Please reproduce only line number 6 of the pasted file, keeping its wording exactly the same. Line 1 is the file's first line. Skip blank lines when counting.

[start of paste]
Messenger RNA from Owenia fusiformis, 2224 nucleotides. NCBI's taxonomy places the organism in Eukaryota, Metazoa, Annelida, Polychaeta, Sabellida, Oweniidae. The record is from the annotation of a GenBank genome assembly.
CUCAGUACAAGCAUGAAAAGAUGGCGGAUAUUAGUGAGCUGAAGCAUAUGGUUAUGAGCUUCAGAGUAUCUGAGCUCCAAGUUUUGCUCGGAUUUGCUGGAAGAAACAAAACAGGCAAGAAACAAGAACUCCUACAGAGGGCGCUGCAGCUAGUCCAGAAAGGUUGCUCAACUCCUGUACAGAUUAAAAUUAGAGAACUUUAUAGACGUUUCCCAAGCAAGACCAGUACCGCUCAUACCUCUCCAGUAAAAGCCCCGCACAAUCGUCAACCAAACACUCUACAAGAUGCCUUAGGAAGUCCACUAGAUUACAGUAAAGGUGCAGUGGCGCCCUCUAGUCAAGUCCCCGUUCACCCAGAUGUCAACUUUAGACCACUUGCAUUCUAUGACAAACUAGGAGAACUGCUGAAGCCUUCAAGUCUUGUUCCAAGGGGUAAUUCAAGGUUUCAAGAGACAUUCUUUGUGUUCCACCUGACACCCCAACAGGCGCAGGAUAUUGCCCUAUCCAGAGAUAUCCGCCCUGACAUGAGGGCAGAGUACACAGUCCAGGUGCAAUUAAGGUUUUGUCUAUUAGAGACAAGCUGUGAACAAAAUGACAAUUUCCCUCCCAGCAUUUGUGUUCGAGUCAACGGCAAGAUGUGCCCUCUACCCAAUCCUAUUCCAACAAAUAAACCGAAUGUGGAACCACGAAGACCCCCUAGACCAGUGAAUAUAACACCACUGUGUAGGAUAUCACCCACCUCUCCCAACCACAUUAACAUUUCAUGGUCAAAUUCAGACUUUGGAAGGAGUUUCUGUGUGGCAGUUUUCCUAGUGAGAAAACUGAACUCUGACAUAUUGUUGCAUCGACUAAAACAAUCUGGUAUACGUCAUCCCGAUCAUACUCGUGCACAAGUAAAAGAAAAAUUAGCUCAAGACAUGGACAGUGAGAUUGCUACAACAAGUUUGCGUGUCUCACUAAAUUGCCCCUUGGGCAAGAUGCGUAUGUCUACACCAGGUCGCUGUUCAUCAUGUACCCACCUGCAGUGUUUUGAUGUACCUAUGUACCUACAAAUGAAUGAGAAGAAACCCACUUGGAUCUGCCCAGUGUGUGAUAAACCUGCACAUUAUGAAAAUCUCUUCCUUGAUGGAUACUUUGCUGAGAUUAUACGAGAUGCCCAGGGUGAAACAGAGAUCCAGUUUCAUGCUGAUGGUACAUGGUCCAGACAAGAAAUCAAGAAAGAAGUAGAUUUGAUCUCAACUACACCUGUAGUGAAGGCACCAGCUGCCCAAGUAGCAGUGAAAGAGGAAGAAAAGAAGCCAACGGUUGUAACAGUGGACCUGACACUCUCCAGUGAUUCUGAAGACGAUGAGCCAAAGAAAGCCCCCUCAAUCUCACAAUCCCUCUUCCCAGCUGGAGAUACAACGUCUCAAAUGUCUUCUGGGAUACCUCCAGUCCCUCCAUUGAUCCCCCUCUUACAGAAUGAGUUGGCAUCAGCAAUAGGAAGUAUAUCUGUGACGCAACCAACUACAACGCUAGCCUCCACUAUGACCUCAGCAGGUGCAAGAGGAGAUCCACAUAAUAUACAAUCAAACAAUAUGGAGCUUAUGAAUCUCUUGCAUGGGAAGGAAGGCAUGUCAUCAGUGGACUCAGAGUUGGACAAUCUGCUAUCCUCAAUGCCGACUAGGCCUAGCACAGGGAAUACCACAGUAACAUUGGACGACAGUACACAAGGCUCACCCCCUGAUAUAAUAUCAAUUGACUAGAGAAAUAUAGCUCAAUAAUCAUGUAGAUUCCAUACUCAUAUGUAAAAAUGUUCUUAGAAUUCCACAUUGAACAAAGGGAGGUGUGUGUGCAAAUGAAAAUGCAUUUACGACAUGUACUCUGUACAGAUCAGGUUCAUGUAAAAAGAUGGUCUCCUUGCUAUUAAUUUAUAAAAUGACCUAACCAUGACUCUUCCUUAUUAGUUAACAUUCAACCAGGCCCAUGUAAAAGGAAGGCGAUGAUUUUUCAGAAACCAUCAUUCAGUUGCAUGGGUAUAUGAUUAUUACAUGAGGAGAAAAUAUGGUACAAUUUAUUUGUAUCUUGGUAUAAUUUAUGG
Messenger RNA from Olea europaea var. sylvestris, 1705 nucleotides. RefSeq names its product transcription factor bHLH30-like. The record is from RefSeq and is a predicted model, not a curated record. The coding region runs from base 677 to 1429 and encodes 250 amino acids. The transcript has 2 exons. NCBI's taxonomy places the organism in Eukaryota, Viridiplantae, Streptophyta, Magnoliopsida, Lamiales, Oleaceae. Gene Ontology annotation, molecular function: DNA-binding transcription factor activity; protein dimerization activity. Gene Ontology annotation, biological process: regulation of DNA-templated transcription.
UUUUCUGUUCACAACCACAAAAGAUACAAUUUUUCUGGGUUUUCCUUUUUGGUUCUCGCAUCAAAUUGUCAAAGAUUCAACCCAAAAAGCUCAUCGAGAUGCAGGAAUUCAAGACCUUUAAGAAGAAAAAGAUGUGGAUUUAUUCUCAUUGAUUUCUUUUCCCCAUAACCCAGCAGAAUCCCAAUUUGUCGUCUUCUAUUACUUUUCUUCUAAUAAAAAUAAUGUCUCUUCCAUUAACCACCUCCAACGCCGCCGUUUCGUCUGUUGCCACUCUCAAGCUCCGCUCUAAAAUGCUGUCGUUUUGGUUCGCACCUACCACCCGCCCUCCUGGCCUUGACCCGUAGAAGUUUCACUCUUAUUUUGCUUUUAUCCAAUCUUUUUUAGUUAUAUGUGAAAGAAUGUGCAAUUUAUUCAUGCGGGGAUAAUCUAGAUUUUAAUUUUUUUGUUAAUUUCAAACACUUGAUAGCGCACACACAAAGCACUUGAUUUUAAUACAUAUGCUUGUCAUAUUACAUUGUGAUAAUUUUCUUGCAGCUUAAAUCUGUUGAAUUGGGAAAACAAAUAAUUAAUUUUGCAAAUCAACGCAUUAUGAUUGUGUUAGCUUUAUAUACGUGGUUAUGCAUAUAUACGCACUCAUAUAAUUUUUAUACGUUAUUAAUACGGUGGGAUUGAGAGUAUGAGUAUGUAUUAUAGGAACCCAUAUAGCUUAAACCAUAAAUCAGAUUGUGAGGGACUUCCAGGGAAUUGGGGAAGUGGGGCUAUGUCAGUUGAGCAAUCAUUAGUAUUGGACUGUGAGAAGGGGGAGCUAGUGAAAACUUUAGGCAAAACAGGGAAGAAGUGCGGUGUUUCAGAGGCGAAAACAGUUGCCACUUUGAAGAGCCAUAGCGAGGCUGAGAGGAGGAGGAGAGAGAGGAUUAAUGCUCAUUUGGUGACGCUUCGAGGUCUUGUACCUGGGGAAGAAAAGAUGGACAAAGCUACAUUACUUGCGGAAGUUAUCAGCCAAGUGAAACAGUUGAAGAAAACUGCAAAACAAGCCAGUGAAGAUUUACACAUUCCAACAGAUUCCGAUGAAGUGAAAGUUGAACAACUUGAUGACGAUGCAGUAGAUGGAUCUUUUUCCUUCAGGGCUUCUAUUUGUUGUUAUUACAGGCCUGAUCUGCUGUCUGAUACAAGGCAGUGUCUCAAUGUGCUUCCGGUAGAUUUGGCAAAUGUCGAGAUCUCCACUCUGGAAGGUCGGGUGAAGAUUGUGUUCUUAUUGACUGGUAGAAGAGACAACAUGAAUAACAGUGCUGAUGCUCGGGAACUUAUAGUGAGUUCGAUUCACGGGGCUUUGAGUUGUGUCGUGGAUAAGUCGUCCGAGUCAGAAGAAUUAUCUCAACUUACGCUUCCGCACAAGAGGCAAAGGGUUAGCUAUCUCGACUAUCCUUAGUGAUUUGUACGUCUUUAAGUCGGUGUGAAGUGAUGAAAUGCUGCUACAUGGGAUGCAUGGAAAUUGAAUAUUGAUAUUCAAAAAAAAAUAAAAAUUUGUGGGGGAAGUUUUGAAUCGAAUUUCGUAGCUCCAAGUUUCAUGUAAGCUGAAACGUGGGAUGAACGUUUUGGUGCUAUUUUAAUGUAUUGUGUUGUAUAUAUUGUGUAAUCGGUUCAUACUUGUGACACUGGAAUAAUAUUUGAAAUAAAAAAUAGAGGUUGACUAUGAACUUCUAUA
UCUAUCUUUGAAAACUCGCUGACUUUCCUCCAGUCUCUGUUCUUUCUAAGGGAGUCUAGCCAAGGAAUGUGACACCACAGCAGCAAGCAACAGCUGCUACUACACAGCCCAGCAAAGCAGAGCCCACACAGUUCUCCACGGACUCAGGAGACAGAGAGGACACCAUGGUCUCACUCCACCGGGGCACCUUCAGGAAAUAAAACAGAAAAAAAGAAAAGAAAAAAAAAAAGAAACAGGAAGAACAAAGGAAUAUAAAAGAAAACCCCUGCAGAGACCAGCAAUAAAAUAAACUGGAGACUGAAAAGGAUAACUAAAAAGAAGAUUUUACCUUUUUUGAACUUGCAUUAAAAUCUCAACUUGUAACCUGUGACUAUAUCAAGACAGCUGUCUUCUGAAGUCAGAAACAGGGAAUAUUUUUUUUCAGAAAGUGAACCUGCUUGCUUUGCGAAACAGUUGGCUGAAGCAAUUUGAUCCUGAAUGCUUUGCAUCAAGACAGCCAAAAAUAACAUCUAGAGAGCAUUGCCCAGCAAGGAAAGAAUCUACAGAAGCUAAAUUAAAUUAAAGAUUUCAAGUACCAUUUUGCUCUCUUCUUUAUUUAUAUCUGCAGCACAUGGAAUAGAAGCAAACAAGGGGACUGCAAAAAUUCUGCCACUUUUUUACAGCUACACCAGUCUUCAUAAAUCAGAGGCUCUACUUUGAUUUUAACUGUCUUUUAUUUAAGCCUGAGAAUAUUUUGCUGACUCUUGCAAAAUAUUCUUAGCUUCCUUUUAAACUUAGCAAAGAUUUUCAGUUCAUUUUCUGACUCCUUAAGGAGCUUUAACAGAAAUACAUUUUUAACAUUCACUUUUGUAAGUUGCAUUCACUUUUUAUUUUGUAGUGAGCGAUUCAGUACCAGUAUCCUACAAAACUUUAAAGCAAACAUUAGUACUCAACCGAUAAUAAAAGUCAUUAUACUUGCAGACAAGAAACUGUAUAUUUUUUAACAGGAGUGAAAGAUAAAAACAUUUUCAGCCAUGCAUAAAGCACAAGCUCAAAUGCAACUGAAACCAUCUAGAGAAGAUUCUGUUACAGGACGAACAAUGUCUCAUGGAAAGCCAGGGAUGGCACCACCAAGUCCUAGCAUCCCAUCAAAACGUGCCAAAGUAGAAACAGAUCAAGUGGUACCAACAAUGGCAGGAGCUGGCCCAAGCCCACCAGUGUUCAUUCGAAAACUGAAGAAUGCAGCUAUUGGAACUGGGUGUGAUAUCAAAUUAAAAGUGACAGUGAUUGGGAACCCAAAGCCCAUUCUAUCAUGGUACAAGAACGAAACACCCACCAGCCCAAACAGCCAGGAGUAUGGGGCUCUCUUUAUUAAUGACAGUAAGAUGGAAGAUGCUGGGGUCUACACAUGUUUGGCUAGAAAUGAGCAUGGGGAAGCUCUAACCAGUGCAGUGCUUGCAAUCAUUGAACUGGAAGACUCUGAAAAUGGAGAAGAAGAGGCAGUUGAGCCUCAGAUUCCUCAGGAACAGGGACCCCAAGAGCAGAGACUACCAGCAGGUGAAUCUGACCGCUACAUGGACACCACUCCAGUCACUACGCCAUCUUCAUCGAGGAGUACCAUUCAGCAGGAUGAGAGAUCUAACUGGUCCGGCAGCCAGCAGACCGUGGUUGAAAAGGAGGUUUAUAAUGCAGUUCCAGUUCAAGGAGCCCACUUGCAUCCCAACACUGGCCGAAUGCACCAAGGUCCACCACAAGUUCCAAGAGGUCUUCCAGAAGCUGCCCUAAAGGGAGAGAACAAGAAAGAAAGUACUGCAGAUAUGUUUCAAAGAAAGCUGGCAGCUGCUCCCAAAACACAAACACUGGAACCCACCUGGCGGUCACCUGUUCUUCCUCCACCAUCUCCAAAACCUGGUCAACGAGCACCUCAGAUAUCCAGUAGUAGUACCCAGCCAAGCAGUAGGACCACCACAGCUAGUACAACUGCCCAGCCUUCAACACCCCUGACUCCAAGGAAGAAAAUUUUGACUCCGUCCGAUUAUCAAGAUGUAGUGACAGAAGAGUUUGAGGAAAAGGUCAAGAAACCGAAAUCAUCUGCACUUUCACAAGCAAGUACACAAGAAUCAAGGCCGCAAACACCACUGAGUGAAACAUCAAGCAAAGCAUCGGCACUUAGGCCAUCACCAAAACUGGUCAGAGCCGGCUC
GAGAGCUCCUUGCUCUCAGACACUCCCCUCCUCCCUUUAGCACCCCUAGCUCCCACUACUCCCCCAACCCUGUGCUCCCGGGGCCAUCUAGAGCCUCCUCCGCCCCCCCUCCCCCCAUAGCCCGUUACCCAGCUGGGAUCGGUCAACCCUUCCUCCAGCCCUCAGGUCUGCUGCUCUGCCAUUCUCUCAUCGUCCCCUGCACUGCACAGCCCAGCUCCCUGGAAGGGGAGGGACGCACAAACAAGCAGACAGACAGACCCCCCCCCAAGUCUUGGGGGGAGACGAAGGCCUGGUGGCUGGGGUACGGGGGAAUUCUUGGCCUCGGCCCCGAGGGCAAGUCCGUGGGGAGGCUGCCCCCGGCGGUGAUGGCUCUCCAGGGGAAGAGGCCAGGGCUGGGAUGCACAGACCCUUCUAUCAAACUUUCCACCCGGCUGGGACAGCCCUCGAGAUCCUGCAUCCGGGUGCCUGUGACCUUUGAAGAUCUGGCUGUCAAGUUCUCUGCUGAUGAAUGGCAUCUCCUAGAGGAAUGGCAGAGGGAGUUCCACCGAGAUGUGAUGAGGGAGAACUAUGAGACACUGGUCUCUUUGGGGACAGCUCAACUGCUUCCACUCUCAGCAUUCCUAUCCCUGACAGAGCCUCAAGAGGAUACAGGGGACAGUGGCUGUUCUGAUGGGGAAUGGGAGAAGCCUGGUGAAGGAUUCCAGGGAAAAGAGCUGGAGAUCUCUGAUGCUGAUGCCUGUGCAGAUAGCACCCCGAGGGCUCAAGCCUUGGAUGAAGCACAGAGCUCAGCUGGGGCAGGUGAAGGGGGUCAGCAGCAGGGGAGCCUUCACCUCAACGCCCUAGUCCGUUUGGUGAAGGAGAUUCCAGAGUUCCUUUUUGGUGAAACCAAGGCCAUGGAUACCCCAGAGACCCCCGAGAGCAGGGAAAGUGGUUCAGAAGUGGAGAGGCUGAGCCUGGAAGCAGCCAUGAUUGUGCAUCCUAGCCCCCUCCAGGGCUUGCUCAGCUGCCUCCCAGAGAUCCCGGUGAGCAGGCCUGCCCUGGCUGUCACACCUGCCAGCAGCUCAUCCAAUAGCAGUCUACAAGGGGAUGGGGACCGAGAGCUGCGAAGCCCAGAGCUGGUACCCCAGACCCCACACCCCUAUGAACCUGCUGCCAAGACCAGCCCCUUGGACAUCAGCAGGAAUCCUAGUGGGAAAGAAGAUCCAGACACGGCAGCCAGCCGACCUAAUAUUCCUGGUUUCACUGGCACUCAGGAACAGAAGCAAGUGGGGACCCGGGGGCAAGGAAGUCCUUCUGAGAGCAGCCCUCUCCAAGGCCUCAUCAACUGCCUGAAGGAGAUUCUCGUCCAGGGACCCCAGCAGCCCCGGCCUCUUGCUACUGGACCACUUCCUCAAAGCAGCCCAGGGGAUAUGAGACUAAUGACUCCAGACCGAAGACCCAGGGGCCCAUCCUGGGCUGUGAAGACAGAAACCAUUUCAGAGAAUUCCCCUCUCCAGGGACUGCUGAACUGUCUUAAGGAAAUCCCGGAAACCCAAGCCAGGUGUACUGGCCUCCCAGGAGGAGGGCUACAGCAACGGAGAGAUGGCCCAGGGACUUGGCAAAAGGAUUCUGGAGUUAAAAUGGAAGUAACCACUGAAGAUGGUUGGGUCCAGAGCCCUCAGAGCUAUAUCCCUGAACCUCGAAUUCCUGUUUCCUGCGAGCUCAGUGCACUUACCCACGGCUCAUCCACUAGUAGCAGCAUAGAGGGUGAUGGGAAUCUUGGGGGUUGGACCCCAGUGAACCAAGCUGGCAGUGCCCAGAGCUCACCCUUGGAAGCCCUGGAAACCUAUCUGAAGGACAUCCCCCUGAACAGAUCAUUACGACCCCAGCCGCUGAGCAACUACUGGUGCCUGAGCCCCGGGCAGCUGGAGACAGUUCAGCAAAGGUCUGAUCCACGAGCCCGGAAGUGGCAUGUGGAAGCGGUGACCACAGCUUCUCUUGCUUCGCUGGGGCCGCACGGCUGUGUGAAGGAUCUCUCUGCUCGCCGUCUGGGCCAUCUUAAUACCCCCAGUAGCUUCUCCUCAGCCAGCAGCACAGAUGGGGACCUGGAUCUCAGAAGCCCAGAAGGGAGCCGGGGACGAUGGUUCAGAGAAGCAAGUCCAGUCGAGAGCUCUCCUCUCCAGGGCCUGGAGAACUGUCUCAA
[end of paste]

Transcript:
GAGAGCUCCUUGCUCUCAGACACUCCCCUCCUCCCUUUAGCACCCCUAGCUCCCACUACUCCCCCAACCCUGUGCUCCCGGGGCCAUCUAGAGCCUCCUCCGCCCCCCCUCCCCCCAUAGCCCGUUACCCAGCUGGGAUCGGUCAACCCUUCCUCCAGCCCUCAGGUCUGCUGCUCUGCCAUUCUCUCAUCGUCCCCUGCACUGCACAGCCCAGCUCCCUGGAAGGGGAGGGACGCACAAACAAGCAGACAGACAGACCCCCCCCCAAGUCUUGGGGGGAGACGAAGGCCUGGUGGCUGGGGUACGGGGGAAUUCUUGGCCUCGGCCCCGAGGGCAAGUCCGUGGGGAGGCUGCCCCCGGCGGUGAUGGCUCUCCAGGGGAAGAGGCCAGGGCUGGGAUGCACAGACCCUUCUAUCAAACUUUCCACCCGGCUGGGACAGCCCUCGAGAUCCUGCAUCCGGGUGCCUGUGACCUUUGAAGAUCUGGCUGUCAAGUUCUCUGCUGAUGAAUGGCAUCUCCUAGAGGAAUGGCAGAGGGAGUUCCACCGAGAUGUGAUGAGGGAGAACUAUGAGACACUGGUCUCUUUGGGGACAGCUCAACUGCUUCCACUCUCAGCAUUCCUAUCCCUGACAGAGCCUCAAGAGGAUACAGGGGACAGUGGCUGUUCUGAUGGGGAAUGGGAGAAGCCUGGUGAAGGAUUCCAGGGAAAAGAGCUGGAGAUCUCUGAUGCUGAUGCCUGUGCAGAUAGCACCCCGAGGGCUCAAGCCUUGGAUGAAGCACAGAGCUCAGCUGGGGCAGGUGAAGGGGGUCAGCAGCAGGGGAGCCUUCACCUCAACGCCCUAGUCCGUUUGGUGAAGGAGAUUCCAGAGUUCCUUUUUGGUGAAACCAAGGCCAUGGAUACCCCAGAGACCCCCGAGAGCAGGGAAAGUGGUUCAGAAGUGGAGAGGCUGAGCCUGGAAGCAGCCAUGAUUGUGCAUCCUAGCCCCCUCCAGGGCUUGCUCAGCUGCCUCCCAGAGAUCCCGGUGAGCAGGCCUGCCCUGGCUGUCACACCUGCCAGCAGCUCAUCCAAUAGCAGUCUACAAGGGGAUGGGGACCGAGAGCUGCGAAGCCCAGAGCUGGUACCCCAGACCCCACACCCCUAUGAACCUGCUGCCAAGACCAGCCCCUUGGACAUCAGCAGGAAUCCUAGUGGGAAAGAAGAUCCAGACACGGCAGCCAGCCGACCUAAUAUUCCUGGUUUCACUGGCACUCAGGAACAGAAGCAAGUGGGGACCCGGGGGCAAGGAAGUCCUUCUGAGAGCAGCCCUCUCCAAGGCCUCAUCAACUGCCUGAAGGAGAUUCUCGUCCAGGGACCCCAGCAGCCCCGGCCUCUUGCUACUGGACCACUUCCUCAAAGCAGCCCAGGGGAUAUGAGACUAAUGACUCCAGACCGAAGACCCAGGGGCCCAUCCUGGGCUGUGAAGACAGAAACCAUUUCAGAGAAUUCCCCUCUCCAGGGACUGCUGAACUGUCUUAAGGAAAUCCCGGAAACCCAAGCCAGGUGUACUGGCCUCCCAGGAGGAGGGCUACAGCAACGGAGAGAUGGCCCAGGGACUUGGCAAAAGGAUUCUGGAGUUAAAAUGGAAGUAACCACUGAAGAUGGUUGGGUCCAGAGCCCUCAGAGCUAUAUCCCUGAACCUCGAAUUCCUGUUUCCUGCGAGCUCAGUGCACUUACCCACGGCUCAUCCACUAGUAGCAGCAUAGAGGGUGAUGGGAAUCUUGGGGGUUGGACCCCAGUGAACCAAGCUGGCAGUGCCCAGAGCUCACCCUUGGAAGCCCUGGAAACCUAUCUGAAGGACAUCCCCCUGAACAGAUCAUUACGACCCCAGCCGCUGAGCAACUACUGGUGCCUGAGCCCCGGGCAGCUGGAGACAGUUCAGCAAAGGUCUGAUCCACGAGCCCGGAAGUGGCAUGUGGAAGCGGUGACCACAGCUUCUCUUGCUUCGCUGGGGCCGCACGGCUGUGUGAAGGAUCUCUCUGCUCGCCGUCUGGGCCAUCUUAAUACCCCCAGUAGCUUCUCCUCAGCCAGCAGCACAGAUGGGGACCUGGAUCUCAGAAGCCCAGAAGGGAGCCGGGGACGAUGGUUCAGAGAAGCAAGUCCAGUCGAGAGCUCUCCUCUCCAGGGCCUGGAGAACUGUCUCAA